Kaltern Caldaron Lagrein DOC 2012: This wine poured a deep maroon into the glass and opened with rich aromas of dark berries, earthiness and spice. On the palate this brooding wine delivered flavors of blackberries, black raspberries, cranberries and black plums; with pepper, tobacco, charred cedar spice box, nutmeg, espresso and tobacco. It offered a full mouth feel, full body, silky texture and a dry lingering finish. The acidity was high yet well balanced with the tannins for a truly pleasing wine. This wine was much more like the full body Italian reds I frequently enjoy. Another new varietal winner for me! Please note I allowed this wine to breathe two hours before I sipped it. SRP $13. SRP $20-23.
Look a the difference in color of these two lovely wines:
I chose to pair these wines with a dish reflecting the cross-cultural influences of Trentino-Alto Adige. Since dumplings are prominent in this region I chose to make a gnocchi dish. Furthermore, dairy is very prominent and Asiago is one of the cheeses of this region I could find I hoped to top the gnocchi with an Asiago cream sauce. However, the sauce was way too salty I scraped it and chose a lighter option: Extra Virgin Olive Oil from the Veneto region, with shaved Asiago cheese, chopped fried (like bacon) Speck and fresh oregano. It was simple yet delicious. The soft dough pillows were the perfect bed for the salty cheese, delicate EVOO, peppery saltiness of the Speck and zest of the oregano. The Shiava was a perfect pairing for the light, flavorful meal. The multitude of flavors blended beautifully with the Shiava and due to its delicateness it did not overpower the meal. The Lagrein was a bit bold for the delicate dish but paired beautifully with the crisp, peppery, smoky Speck! The Lagrein needs to be paired with a bold dish for balance.
Kaltern Caldaro is a producer co-operative of small wine producers in the Alto Adige region. This co-operative was developed in 1906 to protect and provide economic stability to the 1,000+ small wine growers (most possessing less than one hectare) around Lake Kaltern. For many of these winemakers it was impossible for them to produce and market their own wines; thus making the co-op an economic necessity. I visited one of the co-ops in Valpolicella as well. They were producing high quality wines while protecting the wine makers and providing them access to new technologies, winemaking techniques and wider marketability for the wines. It is a win/win.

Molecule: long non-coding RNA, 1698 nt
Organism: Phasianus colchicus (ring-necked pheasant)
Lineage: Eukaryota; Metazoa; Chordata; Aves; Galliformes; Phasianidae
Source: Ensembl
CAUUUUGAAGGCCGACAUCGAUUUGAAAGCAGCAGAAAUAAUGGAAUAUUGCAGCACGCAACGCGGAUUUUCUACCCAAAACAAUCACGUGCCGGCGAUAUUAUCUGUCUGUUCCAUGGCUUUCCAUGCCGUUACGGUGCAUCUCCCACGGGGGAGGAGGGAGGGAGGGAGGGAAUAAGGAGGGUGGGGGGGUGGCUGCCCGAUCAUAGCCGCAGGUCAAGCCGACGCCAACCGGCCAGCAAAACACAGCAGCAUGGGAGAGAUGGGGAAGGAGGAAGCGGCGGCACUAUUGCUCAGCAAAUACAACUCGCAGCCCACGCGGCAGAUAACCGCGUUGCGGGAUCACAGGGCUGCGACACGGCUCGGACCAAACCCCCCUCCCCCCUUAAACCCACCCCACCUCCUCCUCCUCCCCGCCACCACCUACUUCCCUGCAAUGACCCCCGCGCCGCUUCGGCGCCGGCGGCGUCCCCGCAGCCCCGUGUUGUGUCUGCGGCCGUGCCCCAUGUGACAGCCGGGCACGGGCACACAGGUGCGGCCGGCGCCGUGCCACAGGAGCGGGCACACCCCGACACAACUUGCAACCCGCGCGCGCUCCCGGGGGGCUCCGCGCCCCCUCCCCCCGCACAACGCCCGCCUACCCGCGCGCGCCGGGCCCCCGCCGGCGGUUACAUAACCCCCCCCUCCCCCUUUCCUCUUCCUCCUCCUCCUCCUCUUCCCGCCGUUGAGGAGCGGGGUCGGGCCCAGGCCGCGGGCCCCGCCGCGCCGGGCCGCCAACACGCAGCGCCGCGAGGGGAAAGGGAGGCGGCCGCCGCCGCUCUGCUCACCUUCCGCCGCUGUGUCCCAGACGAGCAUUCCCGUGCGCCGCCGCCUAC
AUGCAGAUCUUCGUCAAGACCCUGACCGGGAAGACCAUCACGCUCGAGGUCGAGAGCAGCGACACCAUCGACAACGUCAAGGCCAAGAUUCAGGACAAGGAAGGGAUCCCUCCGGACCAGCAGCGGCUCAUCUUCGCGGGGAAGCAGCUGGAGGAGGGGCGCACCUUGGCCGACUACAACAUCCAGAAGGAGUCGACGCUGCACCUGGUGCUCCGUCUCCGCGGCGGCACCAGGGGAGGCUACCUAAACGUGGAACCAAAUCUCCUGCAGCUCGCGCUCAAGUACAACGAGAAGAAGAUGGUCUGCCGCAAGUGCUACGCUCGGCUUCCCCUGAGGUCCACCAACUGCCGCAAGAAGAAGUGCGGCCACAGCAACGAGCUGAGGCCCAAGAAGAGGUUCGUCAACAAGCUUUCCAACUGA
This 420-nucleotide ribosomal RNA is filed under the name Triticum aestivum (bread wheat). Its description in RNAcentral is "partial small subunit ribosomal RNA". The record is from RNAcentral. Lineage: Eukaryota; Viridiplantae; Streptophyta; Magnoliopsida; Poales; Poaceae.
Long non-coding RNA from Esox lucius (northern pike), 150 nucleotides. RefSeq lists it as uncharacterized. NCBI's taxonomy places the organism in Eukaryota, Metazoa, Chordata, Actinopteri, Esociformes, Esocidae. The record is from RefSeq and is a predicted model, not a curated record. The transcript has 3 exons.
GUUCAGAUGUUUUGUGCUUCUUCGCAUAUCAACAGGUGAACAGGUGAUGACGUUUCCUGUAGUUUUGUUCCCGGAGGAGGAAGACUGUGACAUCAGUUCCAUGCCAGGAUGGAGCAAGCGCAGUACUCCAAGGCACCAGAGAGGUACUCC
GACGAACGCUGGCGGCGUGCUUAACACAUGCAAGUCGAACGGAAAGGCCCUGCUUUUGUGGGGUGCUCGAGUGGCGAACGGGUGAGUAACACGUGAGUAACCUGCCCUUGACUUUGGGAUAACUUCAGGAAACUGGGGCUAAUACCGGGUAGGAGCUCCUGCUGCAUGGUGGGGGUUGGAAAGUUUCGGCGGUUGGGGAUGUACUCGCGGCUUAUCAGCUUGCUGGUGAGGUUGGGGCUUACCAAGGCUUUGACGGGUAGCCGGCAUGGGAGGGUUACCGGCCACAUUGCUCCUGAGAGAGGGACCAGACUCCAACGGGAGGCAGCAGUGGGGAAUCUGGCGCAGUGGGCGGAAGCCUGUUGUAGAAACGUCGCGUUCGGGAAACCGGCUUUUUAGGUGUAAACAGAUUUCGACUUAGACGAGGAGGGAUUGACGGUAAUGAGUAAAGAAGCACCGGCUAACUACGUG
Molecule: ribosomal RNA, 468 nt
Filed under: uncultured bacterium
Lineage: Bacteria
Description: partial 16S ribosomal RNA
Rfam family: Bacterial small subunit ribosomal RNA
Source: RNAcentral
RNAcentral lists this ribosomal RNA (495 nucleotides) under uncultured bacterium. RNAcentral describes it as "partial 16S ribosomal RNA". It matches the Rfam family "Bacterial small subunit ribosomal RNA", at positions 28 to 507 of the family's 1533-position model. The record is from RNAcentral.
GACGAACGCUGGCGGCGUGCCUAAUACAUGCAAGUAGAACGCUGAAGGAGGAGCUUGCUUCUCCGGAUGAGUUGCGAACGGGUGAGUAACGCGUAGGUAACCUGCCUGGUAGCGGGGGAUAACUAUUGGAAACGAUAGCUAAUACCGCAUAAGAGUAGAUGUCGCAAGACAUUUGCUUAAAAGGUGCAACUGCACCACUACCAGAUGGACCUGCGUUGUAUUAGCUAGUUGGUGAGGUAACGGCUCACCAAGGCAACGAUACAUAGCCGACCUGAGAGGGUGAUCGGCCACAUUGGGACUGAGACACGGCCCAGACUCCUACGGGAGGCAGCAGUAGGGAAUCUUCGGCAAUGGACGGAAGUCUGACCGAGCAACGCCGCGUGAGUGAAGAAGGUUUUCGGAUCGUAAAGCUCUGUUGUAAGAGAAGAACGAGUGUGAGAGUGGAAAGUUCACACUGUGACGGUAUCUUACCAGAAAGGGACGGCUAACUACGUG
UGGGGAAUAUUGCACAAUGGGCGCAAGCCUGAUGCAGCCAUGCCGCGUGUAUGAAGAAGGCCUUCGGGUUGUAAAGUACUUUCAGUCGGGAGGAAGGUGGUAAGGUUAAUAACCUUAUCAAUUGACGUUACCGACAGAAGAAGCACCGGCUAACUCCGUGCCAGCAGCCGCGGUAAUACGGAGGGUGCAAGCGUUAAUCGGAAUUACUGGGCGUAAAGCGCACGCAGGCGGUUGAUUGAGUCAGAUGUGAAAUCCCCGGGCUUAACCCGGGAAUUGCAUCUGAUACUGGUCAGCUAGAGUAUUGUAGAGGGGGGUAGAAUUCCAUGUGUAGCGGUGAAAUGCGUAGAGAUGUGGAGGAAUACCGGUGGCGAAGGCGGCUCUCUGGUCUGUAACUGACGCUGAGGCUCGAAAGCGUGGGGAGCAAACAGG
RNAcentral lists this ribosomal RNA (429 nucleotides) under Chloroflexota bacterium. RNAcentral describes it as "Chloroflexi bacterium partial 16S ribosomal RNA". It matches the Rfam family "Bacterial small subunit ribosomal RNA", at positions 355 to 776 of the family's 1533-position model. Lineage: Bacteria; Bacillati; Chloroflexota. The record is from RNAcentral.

The Trentino-Alto Adige region of Italy looks beautiful and quite diverse. It is the perfect spot for skiers in the winter and touring castles in the summer. The terrain is gorgeous and the culture so eclectic. I hope to travel to Trentino-Alto Adige someday to explore the local culture, food and wine. Have you been to Trentino Alto-Adige?
Please be sure and read my fellow #ItalianFWT writers have to share this month on Trentino-Alto Adige.
Vino Travels – Canederli & Muller Thurgau of Trento
FoodWineClick – Trentino-Alto Adige is Different: Goulash and Teroldego
Orna O’Reilly – The Italian Dolomites: A Foodie’s Paradise
Enofylz Wine Blog – A Taste of Alto Adige – Cantina Terlano Classico
Cooking Chat – Italian wine with Indian Curry
The Palladian Traveler – Under Doctor’s Orders in the Trentino
Please join us live on Twitter today and throughout the weekend at #ItalianFWT to chat about the Trentino-Alto Adige region. Furthermore, please check #ItalianFWT throughout the month as well for additional blogs on Italian food, wine and travel. Please join us next for next month’s #ItalianFWT on April 4 featuring Sicily.
My Song Selection: These two wines were nothing alike, so selecting a song to represent them both was tricky. If you will allow me a little leeway (as all my song selections are subjective anyway), the song I have chosen to pair with these two lovely wines is Lovesong of the Buzzard by Iron and Wine. I chose this song because it has a pleasantly soft rhythm and melody, yet Samuel Beam’s sultry raspy voice brings a richer element to the song. Similarly, the Kaltern Shiava was light and refreshing and the Kaltern Lagrein was dark, more sultry and smoldering. I feel this song brings these two wines together in harmony. Works for me; what do you think?
Hope you enjoy this Trentino-Alto Adige wining and dining adventure. Doesn’t it look like a lovely place to visit? Get your own Trentino-Alto Adige adventure and Kaltern wines and let me know what song you would pair with it. Cheers!